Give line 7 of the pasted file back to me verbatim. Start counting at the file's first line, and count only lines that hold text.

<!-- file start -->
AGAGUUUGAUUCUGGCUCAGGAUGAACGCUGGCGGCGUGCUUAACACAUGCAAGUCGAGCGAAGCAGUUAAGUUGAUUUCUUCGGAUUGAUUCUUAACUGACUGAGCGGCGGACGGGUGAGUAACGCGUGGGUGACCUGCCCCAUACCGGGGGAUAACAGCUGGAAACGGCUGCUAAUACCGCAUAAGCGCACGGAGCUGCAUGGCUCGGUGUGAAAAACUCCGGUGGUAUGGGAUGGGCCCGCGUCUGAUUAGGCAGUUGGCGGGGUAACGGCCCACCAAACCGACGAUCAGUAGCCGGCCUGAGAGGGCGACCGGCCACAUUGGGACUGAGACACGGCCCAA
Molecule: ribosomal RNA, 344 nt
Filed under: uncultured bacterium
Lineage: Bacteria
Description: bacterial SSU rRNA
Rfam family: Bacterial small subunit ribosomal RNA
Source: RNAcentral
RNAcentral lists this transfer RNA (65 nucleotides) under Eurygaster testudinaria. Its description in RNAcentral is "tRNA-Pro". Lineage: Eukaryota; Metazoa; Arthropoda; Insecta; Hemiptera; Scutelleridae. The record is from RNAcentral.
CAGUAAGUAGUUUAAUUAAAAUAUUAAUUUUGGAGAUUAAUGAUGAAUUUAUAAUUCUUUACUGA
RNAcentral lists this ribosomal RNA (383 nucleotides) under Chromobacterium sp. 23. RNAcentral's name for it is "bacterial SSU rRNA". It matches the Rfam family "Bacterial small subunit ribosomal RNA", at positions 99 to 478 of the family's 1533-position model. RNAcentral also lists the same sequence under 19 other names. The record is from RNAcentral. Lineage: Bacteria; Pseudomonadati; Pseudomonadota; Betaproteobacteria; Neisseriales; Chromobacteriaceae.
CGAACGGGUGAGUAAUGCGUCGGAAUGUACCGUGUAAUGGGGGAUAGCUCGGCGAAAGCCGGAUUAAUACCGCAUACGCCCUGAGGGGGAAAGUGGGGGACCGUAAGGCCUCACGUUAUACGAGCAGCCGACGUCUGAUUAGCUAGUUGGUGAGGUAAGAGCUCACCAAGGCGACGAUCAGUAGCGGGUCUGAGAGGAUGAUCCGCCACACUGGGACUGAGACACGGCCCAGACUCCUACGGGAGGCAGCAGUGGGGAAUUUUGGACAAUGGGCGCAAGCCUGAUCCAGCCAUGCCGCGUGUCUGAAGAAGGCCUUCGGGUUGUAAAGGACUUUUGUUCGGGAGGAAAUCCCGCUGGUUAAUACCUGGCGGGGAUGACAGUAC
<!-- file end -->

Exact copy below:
Source: RNAcentral